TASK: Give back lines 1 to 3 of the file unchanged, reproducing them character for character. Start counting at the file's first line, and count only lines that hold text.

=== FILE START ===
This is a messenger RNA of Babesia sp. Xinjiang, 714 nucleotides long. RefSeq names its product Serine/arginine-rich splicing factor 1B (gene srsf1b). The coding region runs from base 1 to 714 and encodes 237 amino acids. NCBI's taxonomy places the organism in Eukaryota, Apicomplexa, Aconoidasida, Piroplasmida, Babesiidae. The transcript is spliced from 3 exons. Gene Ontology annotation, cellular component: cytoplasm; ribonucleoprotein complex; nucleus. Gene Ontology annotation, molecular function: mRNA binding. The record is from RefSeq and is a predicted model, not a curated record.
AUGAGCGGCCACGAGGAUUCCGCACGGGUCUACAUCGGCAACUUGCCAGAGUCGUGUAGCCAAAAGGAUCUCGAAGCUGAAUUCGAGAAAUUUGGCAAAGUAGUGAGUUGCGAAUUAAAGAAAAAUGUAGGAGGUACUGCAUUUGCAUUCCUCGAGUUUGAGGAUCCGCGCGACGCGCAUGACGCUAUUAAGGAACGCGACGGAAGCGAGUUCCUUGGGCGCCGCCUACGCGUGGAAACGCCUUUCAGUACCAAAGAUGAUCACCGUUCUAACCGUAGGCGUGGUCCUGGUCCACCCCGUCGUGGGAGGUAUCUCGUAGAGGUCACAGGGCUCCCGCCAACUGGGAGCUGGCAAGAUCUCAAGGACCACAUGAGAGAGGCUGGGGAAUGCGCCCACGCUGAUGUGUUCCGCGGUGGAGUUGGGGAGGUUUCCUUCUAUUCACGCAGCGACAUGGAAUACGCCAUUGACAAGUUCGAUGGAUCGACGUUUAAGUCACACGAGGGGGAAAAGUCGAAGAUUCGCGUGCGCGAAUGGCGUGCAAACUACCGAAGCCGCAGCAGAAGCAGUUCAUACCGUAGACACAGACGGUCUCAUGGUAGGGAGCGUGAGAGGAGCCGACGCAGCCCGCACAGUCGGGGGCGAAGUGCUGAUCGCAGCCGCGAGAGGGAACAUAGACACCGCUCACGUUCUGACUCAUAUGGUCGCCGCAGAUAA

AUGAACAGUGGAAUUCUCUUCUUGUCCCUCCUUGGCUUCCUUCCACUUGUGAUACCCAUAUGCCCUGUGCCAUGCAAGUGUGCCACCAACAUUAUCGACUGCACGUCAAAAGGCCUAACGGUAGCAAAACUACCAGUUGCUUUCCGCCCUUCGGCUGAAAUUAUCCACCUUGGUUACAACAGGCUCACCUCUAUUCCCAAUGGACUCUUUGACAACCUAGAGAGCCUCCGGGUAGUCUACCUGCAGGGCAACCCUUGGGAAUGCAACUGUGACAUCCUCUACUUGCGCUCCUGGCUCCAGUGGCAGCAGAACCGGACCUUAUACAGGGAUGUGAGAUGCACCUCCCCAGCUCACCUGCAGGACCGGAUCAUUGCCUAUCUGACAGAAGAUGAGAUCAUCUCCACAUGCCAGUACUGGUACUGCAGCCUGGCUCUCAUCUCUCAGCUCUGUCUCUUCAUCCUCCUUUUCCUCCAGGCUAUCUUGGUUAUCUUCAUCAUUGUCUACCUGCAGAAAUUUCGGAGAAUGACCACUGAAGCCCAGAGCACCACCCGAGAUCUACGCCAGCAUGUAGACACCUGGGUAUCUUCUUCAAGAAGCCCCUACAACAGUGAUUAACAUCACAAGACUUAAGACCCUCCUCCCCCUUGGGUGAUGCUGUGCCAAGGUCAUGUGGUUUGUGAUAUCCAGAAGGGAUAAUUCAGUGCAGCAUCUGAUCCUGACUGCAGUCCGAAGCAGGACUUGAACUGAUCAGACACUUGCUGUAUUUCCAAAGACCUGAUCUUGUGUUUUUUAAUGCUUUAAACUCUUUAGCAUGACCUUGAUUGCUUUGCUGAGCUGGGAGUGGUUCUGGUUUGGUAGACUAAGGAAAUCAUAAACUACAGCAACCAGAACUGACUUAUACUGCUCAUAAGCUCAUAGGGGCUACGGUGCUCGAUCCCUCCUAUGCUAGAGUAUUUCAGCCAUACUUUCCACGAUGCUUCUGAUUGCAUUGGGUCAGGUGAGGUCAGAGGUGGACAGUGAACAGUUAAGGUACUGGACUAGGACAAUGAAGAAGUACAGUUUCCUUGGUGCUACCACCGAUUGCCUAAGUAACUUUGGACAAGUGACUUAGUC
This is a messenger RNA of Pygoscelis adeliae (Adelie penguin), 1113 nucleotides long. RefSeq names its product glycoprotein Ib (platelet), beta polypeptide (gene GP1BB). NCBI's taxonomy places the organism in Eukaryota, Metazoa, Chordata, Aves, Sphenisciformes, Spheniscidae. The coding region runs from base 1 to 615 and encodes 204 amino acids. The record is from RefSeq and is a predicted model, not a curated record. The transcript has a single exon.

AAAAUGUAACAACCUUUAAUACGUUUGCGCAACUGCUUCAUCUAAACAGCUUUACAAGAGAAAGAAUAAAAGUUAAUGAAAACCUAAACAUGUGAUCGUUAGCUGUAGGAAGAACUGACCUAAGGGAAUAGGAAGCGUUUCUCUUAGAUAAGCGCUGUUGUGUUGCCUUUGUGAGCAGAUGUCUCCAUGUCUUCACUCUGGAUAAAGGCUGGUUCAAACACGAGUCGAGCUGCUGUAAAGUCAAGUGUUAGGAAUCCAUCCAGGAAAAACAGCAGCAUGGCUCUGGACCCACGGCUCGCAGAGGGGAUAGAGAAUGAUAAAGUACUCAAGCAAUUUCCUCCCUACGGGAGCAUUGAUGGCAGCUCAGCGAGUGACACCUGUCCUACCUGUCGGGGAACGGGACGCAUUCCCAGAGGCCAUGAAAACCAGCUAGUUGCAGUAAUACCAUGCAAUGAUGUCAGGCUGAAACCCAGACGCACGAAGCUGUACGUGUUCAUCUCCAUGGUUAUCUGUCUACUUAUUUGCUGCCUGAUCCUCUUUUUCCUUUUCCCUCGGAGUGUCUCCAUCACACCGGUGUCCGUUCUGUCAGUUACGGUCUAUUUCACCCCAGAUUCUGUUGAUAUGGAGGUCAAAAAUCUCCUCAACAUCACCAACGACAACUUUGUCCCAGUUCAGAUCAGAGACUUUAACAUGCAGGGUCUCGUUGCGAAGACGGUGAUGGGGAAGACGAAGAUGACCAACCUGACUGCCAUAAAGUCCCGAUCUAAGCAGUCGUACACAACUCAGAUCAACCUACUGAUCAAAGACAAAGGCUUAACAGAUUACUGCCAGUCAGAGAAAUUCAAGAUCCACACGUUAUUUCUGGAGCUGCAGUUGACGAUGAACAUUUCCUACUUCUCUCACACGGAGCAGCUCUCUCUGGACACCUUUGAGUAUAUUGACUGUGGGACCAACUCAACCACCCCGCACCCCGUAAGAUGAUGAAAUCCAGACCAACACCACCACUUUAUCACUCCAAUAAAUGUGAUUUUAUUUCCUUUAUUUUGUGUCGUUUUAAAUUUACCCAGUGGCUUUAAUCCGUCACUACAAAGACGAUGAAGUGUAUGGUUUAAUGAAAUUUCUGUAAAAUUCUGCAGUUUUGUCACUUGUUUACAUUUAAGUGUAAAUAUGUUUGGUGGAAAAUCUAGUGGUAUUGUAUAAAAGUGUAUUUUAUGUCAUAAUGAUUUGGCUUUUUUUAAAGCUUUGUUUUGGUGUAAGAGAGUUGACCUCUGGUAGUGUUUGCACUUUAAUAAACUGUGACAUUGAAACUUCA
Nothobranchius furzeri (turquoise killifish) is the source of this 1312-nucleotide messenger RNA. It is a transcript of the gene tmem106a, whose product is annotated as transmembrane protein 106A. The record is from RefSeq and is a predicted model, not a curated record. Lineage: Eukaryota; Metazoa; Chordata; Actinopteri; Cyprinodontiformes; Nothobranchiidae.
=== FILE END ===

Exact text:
This is a messenger RNA of Babesia sp. Xinjiang, 714 nucleotides long. RefSeq names its product Serine/arginine-rich splicing factor 1B (gene srsf1b). The coding region runs from base 1 to 714 and encodes 237 amino acids. NCBI's taxonomy places the organism in Eukaryota, Apicomplexa, Aconoidasida, Piroplasmida, Babesiidae. The transcript is spliced from 3 exons. Gene Ontology annotation, cellular component: cytoplasm; ribonucleoprotein complex; nucleus. Gene Ontology annotation, molecular function: mRNA binding. The record is from RefSeq and is a predicted model, not a curated record.
AUGAGCGGCCACGAGGAUUCCGCACGGGUCUACAUCGGCAACUUGCCAGAGUCGUGUAGCCAAAAGGAUCUCGAAGCUGAAUUCGAGAAAUUUGGCAAAGUAGUGAGUUGCGAAUUAAAGAAAAAUGUAGGAGGUACUGCAUUUGCAUUCCUCGAGUUUGAGGAUCCGCGCGACGCGCAUGACGCUAUUAAGGAACGCGACGGAAGCGAGUUCCUUGGGCGCCGCCUACGCGUGGAAACGCCUUUCAGUACCAAAGAUGAUCACCGUUCUAACCGUAGGCGUGGUCCUGGUCCACCCCGUCGUGGGAGGUAUCUCGUAGAGGUCACAGGGCUCCCGCCAACUGGGAGCUGGCAAGAUCUCAAGGACCACAUGAGAGAGGCUGGGGAAUGCGCCCACGCUGAUGUGUUCCGCGGUGGAGUUGGGGAGGUUUCCUUCUAUUCACGCAGCGACAUGGAAUACGCCAUUGACAAGUUCGAUGGAUCGACGUUUAAGUCACACGAGGGGGAAAAGUCGAAGAUUCGCGUGCGCGAAUGGCGUGCAAACUACCGAAGCCGCAGCAGAAGCAGUUCAUACCGUAGACACAGACGGUCUCAUGGUAGGGAGCGUGAGAGGAGCCGACGCAGCCCGCACAGUCGGGGGCGAAGUGCUGAUCGCAGCCGCGAGAGGGAACAUAGACACCGCUCACGUUCUGACUCAUAUGGUCGCCGCAGAUAA

AUGAACAGUGGAAUUCUCUUCUUGUCCCUCCUUGGCUUCCUUCCACUUGUGAUACCCAUAUGCCCUGUGCCAUGCAAGUGUGCCACCAACAUUAUCGACUGCACGUCAAAAGGCCUAACGGUAGCAAAACUACCAGUUGCUUUCCGCCCUUCGGCUGAAAUUAUCCACCUUGGUUACAACAGGCUCACCUCUAUUCCCAAUGGACUCUUUGACAACCUAGAGAGCCUCCGGGUAGUCUACCUGCAGGGCAACCCUUGGGAAUGCAACUGUGACAUCCUCUACUUGCGCUCCUGGCUCCAGUGGCAGCAGAACCGGACCUUAUACAGGGAUGUGAGAUGCACCUCCCCAGCUCACCUGCAGGACCGGAUCAUUGCCUAUCUGACAGAAGAUGAGAUCAUCUCCACAUGCCAGUACUGGUACUGCAGCCUGGCUCUCAUCUCUCAGCUCUGUCUCUUCAUCCUCCUUUUCCUCCAGGCUAUCUUGGUUAUCUUCAUCAUUGUCUACCUGCAGAAAUUUCGGAGAAUGACCACUGAAGCCCAGAGCACCACCCGAGAUCUACGCCAGCAUGUAGACACCUGGGUAUCUUCUUCAAGAAGCCCCUACAACAGUGAUUAACAUCACAAGACUUAAGACCCUCCUCCCCCUUGGGUGAUGCUGUGCCAAGGUCAUGUGGUUUGUGAUAUCCAGAAGGGAUAAUUCAGUGCAGCAUCUGAUCCUGACUGCAGUCCGAAGCAGGACUUGAACUGAUCAGACACUUGCUGUAUUUCCAAAGACCUGAUCUUGUGUUUUUUAAUGCUUUAAACUCUUUAGCAUGACCUUGAUUGCUUUGCUGAGCUGGGAGUGGUUCUGGUUUGGUAGACUAAGGAAAUCAUAAACUACAGCAACCAGAACUGACUUAUACUGCUCAUAAGCUCAUAGGGGCUACGGUGCUCGAUCCCUCCUAUGCUAGAGUAUUUCAGCCAUACUUUCCACGAUGCUUCUGAUUGCAUUGGGUCAGGUGAGGUCAGAGGUGGACAGUGAACAGUUAAGGUACUGGACUAGGACAAUGAAGAAGUACAGUUUCCUUGGUGCUACCACCGAUUGCCUAAGUAACUUUGGACAAGUGACUUAGUC